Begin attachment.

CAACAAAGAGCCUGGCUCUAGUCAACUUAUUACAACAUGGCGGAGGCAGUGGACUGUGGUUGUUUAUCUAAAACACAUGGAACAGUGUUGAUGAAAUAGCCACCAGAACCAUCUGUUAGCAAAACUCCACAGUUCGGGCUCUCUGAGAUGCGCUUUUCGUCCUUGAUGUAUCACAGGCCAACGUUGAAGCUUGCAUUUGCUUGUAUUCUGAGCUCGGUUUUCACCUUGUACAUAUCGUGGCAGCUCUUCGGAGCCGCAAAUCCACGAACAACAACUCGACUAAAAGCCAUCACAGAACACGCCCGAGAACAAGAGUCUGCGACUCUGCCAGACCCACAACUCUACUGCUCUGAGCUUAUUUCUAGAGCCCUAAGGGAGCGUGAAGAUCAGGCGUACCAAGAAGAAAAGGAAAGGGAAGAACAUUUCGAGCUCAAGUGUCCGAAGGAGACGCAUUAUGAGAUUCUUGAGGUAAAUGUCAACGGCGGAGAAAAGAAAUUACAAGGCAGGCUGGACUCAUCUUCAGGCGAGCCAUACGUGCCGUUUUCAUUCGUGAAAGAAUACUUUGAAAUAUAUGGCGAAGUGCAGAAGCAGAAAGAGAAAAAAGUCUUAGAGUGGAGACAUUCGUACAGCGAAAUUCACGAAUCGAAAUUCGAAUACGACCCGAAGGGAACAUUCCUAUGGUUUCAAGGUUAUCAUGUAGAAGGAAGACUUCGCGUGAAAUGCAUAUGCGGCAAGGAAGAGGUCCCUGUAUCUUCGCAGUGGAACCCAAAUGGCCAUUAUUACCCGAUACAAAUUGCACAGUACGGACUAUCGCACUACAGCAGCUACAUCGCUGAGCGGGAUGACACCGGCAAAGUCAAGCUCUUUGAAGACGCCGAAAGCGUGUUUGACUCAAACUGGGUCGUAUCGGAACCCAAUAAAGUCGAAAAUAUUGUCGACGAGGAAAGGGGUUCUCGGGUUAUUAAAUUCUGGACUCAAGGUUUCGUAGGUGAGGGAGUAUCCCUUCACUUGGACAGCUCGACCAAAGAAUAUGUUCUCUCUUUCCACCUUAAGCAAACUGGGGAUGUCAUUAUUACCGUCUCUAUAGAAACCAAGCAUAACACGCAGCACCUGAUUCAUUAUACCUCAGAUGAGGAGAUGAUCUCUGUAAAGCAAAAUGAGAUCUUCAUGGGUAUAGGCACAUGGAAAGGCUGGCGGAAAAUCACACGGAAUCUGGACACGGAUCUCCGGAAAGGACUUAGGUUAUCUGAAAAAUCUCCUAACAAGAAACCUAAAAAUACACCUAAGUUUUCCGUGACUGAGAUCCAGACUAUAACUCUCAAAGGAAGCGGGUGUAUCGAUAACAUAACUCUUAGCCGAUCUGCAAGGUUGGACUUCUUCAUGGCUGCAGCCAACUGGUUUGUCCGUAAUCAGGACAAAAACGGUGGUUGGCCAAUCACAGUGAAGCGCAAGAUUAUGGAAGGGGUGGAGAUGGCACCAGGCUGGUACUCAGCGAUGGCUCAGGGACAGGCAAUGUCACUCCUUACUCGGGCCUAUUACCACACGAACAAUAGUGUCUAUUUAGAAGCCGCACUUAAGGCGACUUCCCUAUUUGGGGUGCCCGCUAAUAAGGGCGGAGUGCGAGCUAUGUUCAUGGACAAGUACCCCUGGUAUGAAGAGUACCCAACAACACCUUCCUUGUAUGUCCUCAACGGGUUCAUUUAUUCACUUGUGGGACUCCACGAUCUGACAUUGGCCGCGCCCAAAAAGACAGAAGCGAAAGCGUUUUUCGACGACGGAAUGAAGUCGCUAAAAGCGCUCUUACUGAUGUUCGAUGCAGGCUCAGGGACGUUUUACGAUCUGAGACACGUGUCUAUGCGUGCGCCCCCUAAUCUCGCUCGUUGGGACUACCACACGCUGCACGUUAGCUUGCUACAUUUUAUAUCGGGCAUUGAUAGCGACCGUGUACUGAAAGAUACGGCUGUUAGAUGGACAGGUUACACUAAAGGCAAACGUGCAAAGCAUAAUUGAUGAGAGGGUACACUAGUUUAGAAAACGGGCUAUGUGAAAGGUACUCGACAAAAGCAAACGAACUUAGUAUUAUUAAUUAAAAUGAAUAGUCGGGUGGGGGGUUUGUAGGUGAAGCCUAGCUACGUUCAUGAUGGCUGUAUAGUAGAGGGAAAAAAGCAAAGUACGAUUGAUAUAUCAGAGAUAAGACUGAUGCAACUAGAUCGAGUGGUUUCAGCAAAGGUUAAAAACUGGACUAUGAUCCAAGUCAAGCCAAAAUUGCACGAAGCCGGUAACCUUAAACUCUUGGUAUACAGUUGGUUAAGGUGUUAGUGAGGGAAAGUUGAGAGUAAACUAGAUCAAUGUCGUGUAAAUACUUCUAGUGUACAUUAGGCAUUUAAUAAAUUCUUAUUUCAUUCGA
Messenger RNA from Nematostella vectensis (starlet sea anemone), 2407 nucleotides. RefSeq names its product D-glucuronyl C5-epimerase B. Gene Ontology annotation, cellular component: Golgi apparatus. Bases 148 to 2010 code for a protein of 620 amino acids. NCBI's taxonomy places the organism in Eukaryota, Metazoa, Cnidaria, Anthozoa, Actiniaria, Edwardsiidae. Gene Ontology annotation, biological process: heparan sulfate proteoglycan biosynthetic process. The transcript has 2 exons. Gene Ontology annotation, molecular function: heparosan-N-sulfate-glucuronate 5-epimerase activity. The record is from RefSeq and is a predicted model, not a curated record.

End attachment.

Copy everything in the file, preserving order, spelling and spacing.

CAACAAAGAGCCUGGCUCUAGUCAACUUAUUACAACAUGGCGGAGGCAGUGGACUGUGGUUGUUUAUCUAAAACACAUGGAACAGUGUUGAUGAAAUAGCCACCAGAACCAUCUGUUAGCAAAACUCCACAGUUCGGGCUCUCUGAGAUGCGCUUUUCGUCCUUGAUGUAUCACAGGCCAACGUUGAAGCUUGCAUUUGCUUGUAUUCUGAGCUCGGUUUUCACCUUGUACAUAUCGUGGCAGCUCUUCGGAGCCGCAAAUCCACGAACAACAACUCGACUAAAAGCCAUCACAGAACACGCCCGAGAACAAGAGUCUGCGACUCUGCCAGACCCACAACUCUACUGCUCUGAGCUUAUUUCUAGAGCCCUAAGGGAGCGUGAAGAUCAGGCGUACCAAGAAGAAAAGGAAAGGGAAGAACAUUUCGAGCUCAAGUGUCCGAAGGAGACGCAUUAUGAGAUUCUUGAGGUAAAUGUCAACGGCGGAGAAAAGAAAUUACAAGGCAGGCUGGACUCAUCUUCAGGCGAGCCAUACGUGCCGUUUUCAUUCGUGAAAGAAUACUUUGAAAUAUAUGGCGAAGUGCAGAAGCAGAAAGAGAAAAAAGUCUUAGAGUGGAGACAUUCGUACAGCGAAAUUCACGAAUCGAAAUUCGAAUACGACCCGAAGGGAACAUUCCUAUGGUUUCAAGGUUAUCAUGUAGAAGGAAGACUUCGCGUGAAAUGCAUAUGCGGCAAGGAAGAGGUCCCUGUAUCUUCGCAGUGGAACCCAAAUGGCCAUUAUUACCCGAUACAAAUUGCACAGUACGGACUAUCGCACUACAGCAGCUACAUCGCUGAGCGGGAUGACACCGGCAAAGUCAAGCUCUUUGAAGACGCCGAAAGCGUGUUUGACUCAAACUGGGUCGUAUCGGAACCCAAUAAAGUCGAAAAUAUUGUCGACGAGGAAAGGGGUUCUCGGGUUAUUAAAUUCUGGACUCAAGGUUUCGUAGGUGAGGGAGUAUCCCUUCACUUGGACAGCUCGACCAAAGAAUAUGUUCUCUCUUUCCACCUUAAGCAAACUGGGGAUGUCAUUAUUACCGUCUCUAUAGAAACCAAGCAUAACACGCAGCACCUGAUUCAUUAUACCUCAGAUGAGGAGAUGAUCUCUGUAAAGCAAAAUGAGAUCUUCAUGGGUAUAGGCACAUGGAAAGGCUGGCGGAAAAUCACACGGAAUCUGGACACGGAUCUCCGGAAAGGACUUAGGUUAUCUGAAAAAUCUCCUAACAAGAAACCUAAAAAUACACCUAAGUUUUCCGUGACUGAGAUCCAGACUAUAACUCUCAAAGGAAGCGGGUGUAUCGAUAACAUAACUCUUAGCCGAUCUGCAAGGUUGGACUUCUUCAUGGCUGCAGCCAACUGGUUUGUCCGUAAUCAGGACAAAAACGGUGGUUGGCCAAUCACAGUGAAGCGCAAGAUUAUGGAAGGGGUGGAGAUGGCACCAGGCUGGUACUCAGCGAUGGCUCAGGGACAGGCAAUGUCACUCCUUACUCGGGCCUAUUACCACACGAACAAUAGUGUCUAUUUAGAAGCCGCACUUAAGGCGACUUCCCUAUUUGGGGUGCCCGCUAAUAAGGGCGGAGUGCGAGCUAUGUUCAUGGACAAGUACCCCUGGUAUGAAGAGUACCCAACAACACCUUCCUUGUAUGUCCUCAACGGGUUCAUUUAUUCACUUGUGGGACUCCACGAUCUGACAUUGGCCGCGCCCAAAAAGACAGAAGCGAAAGCGUUUUUCGACGACGGAAUGAAGUCGCUAAAAGCGCUCUUACUGAUGUUCGAUGCAGGCUCAGGGACGUUUUACGAUCUGAGACACGUGUCUAUGCGUGCGCCCCCUAAUCUCGCUCGUUGGGACUACCACACGCUGCACGUUAGCUUGCUACAUUUUAUAUCGGGCAUUGAUAGCGACCGUGUACUGAAAGAUACGGCUGUUAGAUGGACAGGUUACACUAAAGGCAAACGUGCAAAGCAUAAUUGAUGAGAGGGUACACUAGUUUAGAAAACGGGCUAUGUGAAAGGUACUCGACAAAAGCAAACGAACUUAGUAUUAUUAAUUAAAAUGAAUAGUCGGGUGGGGGGUUUGUAGGUGAAGCCUAGCUACGUUCAUGAUGGCUGUAUAGUAGAGGGAAAAAAGCAAAGUACGAUUGAUAUAUCAGAGAUAAGACUGAUGCAACUAGAUCGAGUGGUUUCAGCAAAGGUUAAAAACUGGACUAUGAUCCAAGUCAAGCCAAAAUUGCACGAAGCCGGUAACCUUAAACUCUUGGUAUACAGUUGGUUAAGGUGUUAGUGAGGGAAAGUUGAGAGUAAACUAGAUCAAUGUCGUGUAAAUACUUCUAGUGUACAUUAGGCAUUUAAUAAAUUCUUAUUUCAUUCGA
Messenger RNA from Nematostella vectensis (starlet sea anemone), 2407 nucleotides. RefSeq names its product D-glucuronyl C5-epimerase B. Gene Ontology annotation, cellular component: Golgi apparatus. Bases 148 to 2010 code for a protein of 620 amino acids. NCBI's taxonomy places the organism in Eukaryota, Metazoa, Cnidaria, Anthozoa, Actiniaria, Edwardsiidae. Gene Ontology annotation, biological process: heparan sulfate proteoglycan biosynthetic process. The transcript has 2 exons. Gene Ontology annotation, molecular function: heparosan-N-sulfate-glucuronate 5-epimerase activity. The record is from RefSeq and is a predicted model, not a curated record.